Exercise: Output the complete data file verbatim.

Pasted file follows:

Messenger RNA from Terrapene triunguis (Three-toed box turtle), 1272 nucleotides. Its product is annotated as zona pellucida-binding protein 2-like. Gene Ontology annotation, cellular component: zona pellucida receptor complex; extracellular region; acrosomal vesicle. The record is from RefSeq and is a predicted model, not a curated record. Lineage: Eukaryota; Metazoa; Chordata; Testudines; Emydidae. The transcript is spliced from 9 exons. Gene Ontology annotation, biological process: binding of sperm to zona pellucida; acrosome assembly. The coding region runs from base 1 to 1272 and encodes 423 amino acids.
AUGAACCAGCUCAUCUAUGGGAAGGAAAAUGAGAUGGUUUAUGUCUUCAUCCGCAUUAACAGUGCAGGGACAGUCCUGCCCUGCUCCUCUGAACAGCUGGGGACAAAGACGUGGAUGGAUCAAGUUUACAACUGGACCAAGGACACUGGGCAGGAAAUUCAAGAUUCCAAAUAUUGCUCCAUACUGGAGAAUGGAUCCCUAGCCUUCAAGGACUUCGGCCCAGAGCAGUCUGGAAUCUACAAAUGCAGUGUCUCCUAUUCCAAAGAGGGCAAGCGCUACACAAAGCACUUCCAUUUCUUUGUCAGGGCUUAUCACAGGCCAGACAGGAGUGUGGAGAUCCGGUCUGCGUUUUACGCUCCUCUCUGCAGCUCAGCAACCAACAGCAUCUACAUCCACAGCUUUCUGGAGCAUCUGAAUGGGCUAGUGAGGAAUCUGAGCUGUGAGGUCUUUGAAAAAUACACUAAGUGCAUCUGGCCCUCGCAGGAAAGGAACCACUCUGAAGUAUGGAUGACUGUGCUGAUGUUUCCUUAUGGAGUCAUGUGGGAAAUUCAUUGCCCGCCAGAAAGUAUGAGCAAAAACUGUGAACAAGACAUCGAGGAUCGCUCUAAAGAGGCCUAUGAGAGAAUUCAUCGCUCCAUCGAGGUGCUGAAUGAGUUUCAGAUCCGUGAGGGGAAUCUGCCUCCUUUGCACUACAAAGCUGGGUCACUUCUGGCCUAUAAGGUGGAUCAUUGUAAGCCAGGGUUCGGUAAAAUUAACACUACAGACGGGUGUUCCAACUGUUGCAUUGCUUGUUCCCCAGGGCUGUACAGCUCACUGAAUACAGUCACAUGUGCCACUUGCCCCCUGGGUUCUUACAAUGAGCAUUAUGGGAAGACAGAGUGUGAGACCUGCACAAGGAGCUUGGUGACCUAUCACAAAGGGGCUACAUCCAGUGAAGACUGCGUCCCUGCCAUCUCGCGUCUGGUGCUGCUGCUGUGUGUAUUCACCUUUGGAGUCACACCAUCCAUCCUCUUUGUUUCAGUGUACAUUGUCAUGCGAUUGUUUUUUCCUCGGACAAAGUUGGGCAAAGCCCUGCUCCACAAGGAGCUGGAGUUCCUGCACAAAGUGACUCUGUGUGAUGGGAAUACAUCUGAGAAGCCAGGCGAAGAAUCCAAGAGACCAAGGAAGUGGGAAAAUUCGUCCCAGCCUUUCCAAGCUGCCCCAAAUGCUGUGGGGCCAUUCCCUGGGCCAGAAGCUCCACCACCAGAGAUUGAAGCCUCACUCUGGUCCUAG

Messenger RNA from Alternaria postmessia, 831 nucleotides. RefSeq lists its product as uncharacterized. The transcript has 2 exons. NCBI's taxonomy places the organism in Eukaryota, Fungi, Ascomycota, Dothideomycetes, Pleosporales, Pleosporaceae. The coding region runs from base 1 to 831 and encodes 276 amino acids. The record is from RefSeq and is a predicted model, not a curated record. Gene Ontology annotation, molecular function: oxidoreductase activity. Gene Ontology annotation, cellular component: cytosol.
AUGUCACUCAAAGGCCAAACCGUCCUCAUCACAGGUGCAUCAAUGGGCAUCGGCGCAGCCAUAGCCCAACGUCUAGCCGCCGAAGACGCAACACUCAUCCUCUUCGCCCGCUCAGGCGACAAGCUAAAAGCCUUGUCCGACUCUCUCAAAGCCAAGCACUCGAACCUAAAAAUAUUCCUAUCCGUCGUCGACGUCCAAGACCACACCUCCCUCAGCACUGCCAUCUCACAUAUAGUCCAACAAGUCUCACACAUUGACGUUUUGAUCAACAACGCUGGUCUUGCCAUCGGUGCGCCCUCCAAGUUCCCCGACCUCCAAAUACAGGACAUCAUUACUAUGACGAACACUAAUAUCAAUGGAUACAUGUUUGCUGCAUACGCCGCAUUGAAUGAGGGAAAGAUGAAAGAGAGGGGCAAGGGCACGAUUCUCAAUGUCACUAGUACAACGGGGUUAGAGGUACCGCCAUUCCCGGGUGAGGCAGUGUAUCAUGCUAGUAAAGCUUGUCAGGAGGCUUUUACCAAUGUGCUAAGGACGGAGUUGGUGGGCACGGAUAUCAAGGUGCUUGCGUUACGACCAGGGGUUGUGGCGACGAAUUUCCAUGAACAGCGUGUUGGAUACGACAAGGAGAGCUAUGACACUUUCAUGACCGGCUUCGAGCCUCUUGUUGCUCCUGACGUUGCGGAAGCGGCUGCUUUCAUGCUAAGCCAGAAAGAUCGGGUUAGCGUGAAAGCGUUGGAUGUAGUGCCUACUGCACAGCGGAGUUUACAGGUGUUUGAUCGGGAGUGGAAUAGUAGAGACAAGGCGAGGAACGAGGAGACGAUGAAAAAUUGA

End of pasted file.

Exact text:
Messenger RNA from Terrapene triunguis (Three-toed box turtle), 1272 nucleotides. Its product is annotated as zona pellucida-binding protein 2-like. Gene Ontology annotation, cellular component: zona pellucida receptor complex; extracellular region; acrosomal vesicle. The record is from RefSeq and is a predicted model, not a curated record. Lineage: Eukaryota; Metazoa; Chordata; Testudines; Emydidae. The transcript is spliced from 9 exons. Gene Ontology annotation, biological process: binding of sperm to zona pellucida; acrosome assembly. The coding region runs from base 1 to 1272 and encodes 423 amino acids.
AUGAACCAGCUCAUCUAUGGGAAGGAAAAUGAGAUGGUUUAUGUCUUCAUCCGCAUUAACAGUGCAGGGACAGUCCUGCCCUGCUCCUCUGAACAGCUGGGGACAAAGACGUGGAUGGAUCAAGUUUACAACUGGACCAAGGACACUGGGCAGGAAAUUCAAGAUUCCAAAUAUUGCUCCAUACUGGAGAAUGGAUCCCUAGCCUUCAAGGACUUCGGCCCAGAGCAGUCUGGAAUCUACAAAUGCAGUGUCUCCUAUUCCAAAGAGGGCAAGCGCUACACAAAGCACUUCCAUUUCUUUGUCAGGGCUUAUCACAGGCCAGACAGGAGUGUGGAGAUCCGGUCUGCGUUUUACGCUCCUCUCUGCAGCUCAGCAACCAACAGCAUCUACAUCCACAGCUUUCUGGAGCAUCUGAAUGGGCUAGUGAGGAAUCUGAGCUGUGAGGUCUUUGAAAAAUACACUAAGUGCAUCUGGCCCUCGCAGGAAAGGAACCACUCUGAAGUAUGGAUGACUGUGCUGAUGUUUCCUUAUGGAGUCAUGUGGGAAAUUCAUUGCCCGCCAGAAAGUAUGAGCAAAAACUGUGAACAAGACAUCGAGGAUCGCUCUAAAGAGGCCUAUGAGAGAAUUCAUCGCUCCAUCGAGGUGCUGAAUGAGUUUCAGAUCCGUGAGGGGAAUCUGCCUCCUUUGCACUACAAAGCUGGGUCACUUCUGGCCUAUAAGGUGGAUCAUUGUAAGCCAGGGUUCGGUAAAAUUAACACUACAGACGGGUGUUCCAACUGUUGCAUUGCUUGUUCCCCAGGGCUGUACAGCUCACUGAAUACAGUCACAUGUGCCACUUGCCCCCUGGGUUCUUACAAUGAGCAUUAUGGGAAGACAGAGUGUGAGACCUGCACAAGGAGCUUGGUGACCUAUCACAAAGGGGCUACAUCCAGUGAAGACUGCGUCCCUGCCAUCUCGCGUCUGGUGCUGCUGCUGUGUGUAUUCACCUUUGGAGUCACACCAUCCAUCCUCUUUGUUUCAGUGUACAUUGUCAUGCGAUUGUUUUUUCCUCGGACAAAGUUGGGCAAAGCCCUGCUCCACAAGGAGCUGGAGUUCCUGCACAAAGUGACUCUGUGUGAUGGGAAUACAUCUGAGAAGCCAGGCGAAGAAUCCAAGAGACCAAGGAAGUGGGAAAAUUCGUCCCAGCCUUUCCAAGCUGCCCCAAAUGCUGUGGGGCCAUUCCCUGGGCCAGAAGCUCCACCACCAGAGAUUGAAGCCUCACUCUGGUCCUAG

Messenger RNA from Alternaria postmessia, 831 nucleotides. RefSeq lists its product as uncharacterized. The transcript has 2 exons. NCBI's taxonomy places the organism in Eukaryota, Fungi, Ascomycota, Dothideomycetes, Pleosporales, Pleosporaceae. The coding region runs from base 1 to 831 and encodes 276 amino acids. The record is from RefSeq and is a predicted model, not a curated record. Gene Ontology annotation, molecular function: oxidoreductase activity. Gene Ontology annotation, cellular component: cytosol.
AUGUCACUCAAAGGCCAAACCGUCCUCAUCACAGGUGCAUCAAUGGGCAUCGGCGCAGCCAUAGCCCAACGUCUAGCCGCCGAAGACGCAACACUCAUCCUCUUCGCCCGCUCAGGCGACAAGCUAAAAGCCUUGUCCGACUCUCUCAAAGCCAAGCACUCGAACCUAAAAAUAUUCCUAUCCGUCGUCGACGUCCAAGACCACACCUCCCUCAGCACUGCCAUCUCACAUAUAGUCCAACAAGUCUCACACAUUGACGUUUUGAUCAACAACGCUGGUCUUGCCAUCGGUGCGCCCUCCAAGUUCCCCGACCUCCAAAUACAGGACAUCAUUACUAUGACGAACACUAAUAUCAAUGGAUACAUGUUUGCUGCAUACGCCGCAUUGAAUGAGGGAAAGAUGAAAGAGAGGGGCAAGGGCACGAUUCUCAAUGUCACUAGUACAACGGGGUUAGAGGUACCGCCAUUCCCGGGUGAGGCAGUGUAUCAUGCUAGUAAAGCUUGUCAGGAGGCUUUUACCAAUGUGCUAAGGACGGAGUUGGUGGGCACGGAUAUCAAGGUGCUUGCGUUACGACCAGGGGUUGUGGCGACGAAUUUCCAUGAACAGCGUGUUGGAUACGACAAGGAGAGCUAUGACACUUUCAUGACCGGCUUCGAGCCUCUUGUUGCUCCUGACGUUGCGGAAGCGGCUGCUUUCAUGCUAAGCCAGAAAGAUCGGGUUAGCGUGAAAGCGUUGGAUGUAGUGCCUACUGCACAGCGGAGUUUACAGGUGUUUGAUCGGGAGUGGAAUAGUAGAGACAAGGCGAGGAACGAGGAGACGAUGAAAAAUUGA